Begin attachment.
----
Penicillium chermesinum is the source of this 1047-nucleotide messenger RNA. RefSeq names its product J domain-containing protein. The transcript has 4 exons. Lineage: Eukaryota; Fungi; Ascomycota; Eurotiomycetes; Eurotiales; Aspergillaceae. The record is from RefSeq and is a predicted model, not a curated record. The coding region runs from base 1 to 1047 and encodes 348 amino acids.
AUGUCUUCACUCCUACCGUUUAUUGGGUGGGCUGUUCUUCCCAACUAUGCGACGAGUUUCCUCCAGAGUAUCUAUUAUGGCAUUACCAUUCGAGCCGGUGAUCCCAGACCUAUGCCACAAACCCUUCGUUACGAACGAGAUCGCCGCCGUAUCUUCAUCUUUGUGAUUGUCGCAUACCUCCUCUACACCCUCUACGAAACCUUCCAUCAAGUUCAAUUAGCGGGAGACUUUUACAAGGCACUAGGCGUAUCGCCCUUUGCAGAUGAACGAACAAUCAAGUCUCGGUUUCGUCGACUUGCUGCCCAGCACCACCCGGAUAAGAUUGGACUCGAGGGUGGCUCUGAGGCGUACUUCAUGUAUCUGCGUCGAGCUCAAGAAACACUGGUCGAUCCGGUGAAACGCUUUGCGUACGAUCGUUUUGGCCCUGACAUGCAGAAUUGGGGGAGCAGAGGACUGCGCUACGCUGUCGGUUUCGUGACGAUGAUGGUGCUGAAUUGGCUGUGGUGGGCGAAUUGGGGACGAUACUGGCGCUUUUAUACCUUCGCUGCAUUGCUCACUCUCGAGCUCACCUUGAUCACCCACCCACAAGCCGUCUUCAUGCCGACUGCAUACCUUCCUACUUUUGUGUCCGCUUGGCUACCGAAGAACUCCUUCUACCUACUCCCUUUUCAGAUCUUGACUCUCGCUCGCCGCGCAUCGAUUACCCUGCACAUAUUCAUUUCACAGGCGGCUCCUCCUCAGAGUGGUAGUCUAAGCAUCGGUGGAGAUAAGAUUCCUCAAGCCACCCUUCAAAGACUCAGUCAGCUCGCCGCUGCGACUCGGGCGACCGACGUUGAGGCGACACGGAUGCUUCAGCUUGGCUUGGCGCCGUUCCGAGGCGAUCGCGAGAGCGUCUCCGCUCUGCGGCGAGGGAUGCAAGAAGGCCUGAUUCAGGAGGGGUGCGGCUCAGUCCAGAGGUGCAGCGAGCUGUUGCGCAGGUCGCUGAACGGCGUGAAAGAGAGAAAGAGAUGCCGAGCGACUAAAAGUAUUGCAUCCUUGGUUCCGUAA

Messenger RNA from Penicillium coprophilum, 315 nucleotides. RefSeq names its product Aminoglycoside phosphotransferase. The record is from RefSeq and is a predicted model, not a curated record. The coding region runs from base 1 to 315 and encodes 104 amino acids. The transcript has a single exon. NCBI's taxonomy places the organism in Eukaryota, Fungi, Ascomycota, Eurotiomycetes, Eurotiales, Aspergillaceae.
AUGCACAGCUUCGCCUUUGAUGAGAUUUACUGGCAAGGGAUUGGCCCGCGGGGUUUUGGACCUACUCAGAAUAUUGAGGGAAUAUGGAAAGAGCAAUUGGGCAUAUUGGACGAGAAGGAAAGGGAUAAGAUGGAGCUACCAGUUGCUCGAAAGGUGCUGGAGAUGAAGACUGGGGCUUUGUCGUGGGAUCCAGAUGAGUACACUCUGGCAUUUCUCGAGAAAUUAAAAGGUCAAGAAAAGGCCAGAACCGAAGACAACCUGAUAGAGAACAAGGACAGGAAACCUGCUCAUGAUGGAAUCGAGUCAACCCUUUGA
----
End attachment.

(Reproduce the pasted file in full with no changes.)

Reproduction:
Penicillium chermesinum is the source of this 1047-nucleotide messenger RNA. RefSeq names its product J domain-containing protein. The transcript has 4 exons. Lineage: Eukaryota; Fungi; Ascomycota; Eurotiomycetes; Eurotiales; Aspergillaceae. The record is from RefSeq and is a predicted model, not a curated record. The coding region runs from base 1 to 1047 and encodes 348 amino acids.
AUGUCUUCACUCCUACCGUUUAUUGGGUGGGCUGUUCUUCCCAACUAUGCGACGAGUUUCCUCCAGAGUAUCUAUUAUGGCAUUACCAUUCGAGCCGGUGAUCCCAGACCUAUGCCACAAACCCUUCGUUACGAACGAGAUCGCCGCCGUAUCUUCAUCUUUGUGAUUGUCGCAUACCUCCUCUACACCCUCUACGAAACCUUCCAUCAAGUUCAAUUAGCGGGAGACUUUUACAAGGCACUAGGCGUAUCGCCCUUUGCAGAUGAACGAACAAUCAAGUCUCGGUUUCGUCGACUUGCUGCCCAGCACCACCCGGAUAAGAUUGGACUCGAGGGUGGCUCUGAGGCGUACUUCAUGUAUCUGCGUCGAGCUCAAGAAACACUGGUCGAUCCGGUGAAACGCUUUGCGUACGAUCGUUUUGGCCCUGACAUGCAGAAUUGGGGGAGCAGAGGACUGCGCUACGCUGUCGGUUUCGUGACGAUGAUGGUGCUGAAUUGGCUGUGGUGGGCGAAUUGGGGACGAUACUGGCGCUUUUAUACCUUCGCUGCAUUGCUCACUCUCGAGCUCACCUUGAUCACCCACCCACAAGCCGUCUUCAUGCCGACUGCAUACCUUCCUACUUUUGUGUCCGCUUGGCUACCGAAGAACUCCUUCUACCUACUCCCUUUUCAGAUCUUGACUCUCGCUCGCCGCGCAUCGAUUACCCUGCACAUAUUCAUUUCACAGGCGGCUCCUCCUCAGAGUGGUAGUCUAAGCAUCGGUGGAGAUAAGAUUCCUCAAGCCACCCUUCAAAGACUCAGUCAGCUCGCCGCUGCGACUCGGGCGACCGACGUUGAGGCGACACGGAUGCUUCAGCUUGGCUUGGCGCCGUUCCGAGGCGAUCGCGAGAGCGUCUCCGCUCUGCGGCGAGGGAUGCAAGAAGGCCUGAUUCAGGAGGGGUGCGGCUCAGUCCAGAGGUGCAGCGAGCUGUUGCGCAGGUCGCUGAACGGCGUGAAAGAGAGAAAGAGAUGCCGAGCGACUAAAAGUAUUGCAUCCUUGGUUCCGUAA

Messenger RNA from Penicillium coprophilum, 315 nucleotides. RefSeq names its product Aminoglycoside phosphotransferase. The record is from RefSeq and is a predicted model, not a curated record. The coding region runs from base 1 to 315 and encodes 104 amino acids. The transcript has a single exon. NCBI's taxonomy places the organism in Eukaryota, Fungi, Ascomycota, Eurotiomycetes, Eurotiales, Aspergillaceae.
AUGCACAGCUUCGCCUUUGAUGAGAUUUACUGGCAAGGGAUUGGCCCGCGGGGUUUUGGACCUACUCAGAAUAUUGAGGGAAUAUGGAAAGAGCAAUUGGGCAUAUUGGACGAGAAGGAAAGGGAUAAGAUGGAGCUACCAGUUGCUCGAAAGGUGCUGGAGAUGAAGACUGGGGCUUUGUCGUGGGAUCCAGAUGAGUACACUCUGGCAUUUCUCGAGAAAUUAAAAGGUCAAGAAAAGGCCAGAACCGAAGACAACCUGAUAGAGAACAAGGACAGGAAACCUGCUCAUGAUGGAAUCGAGUCAACCCUUUGA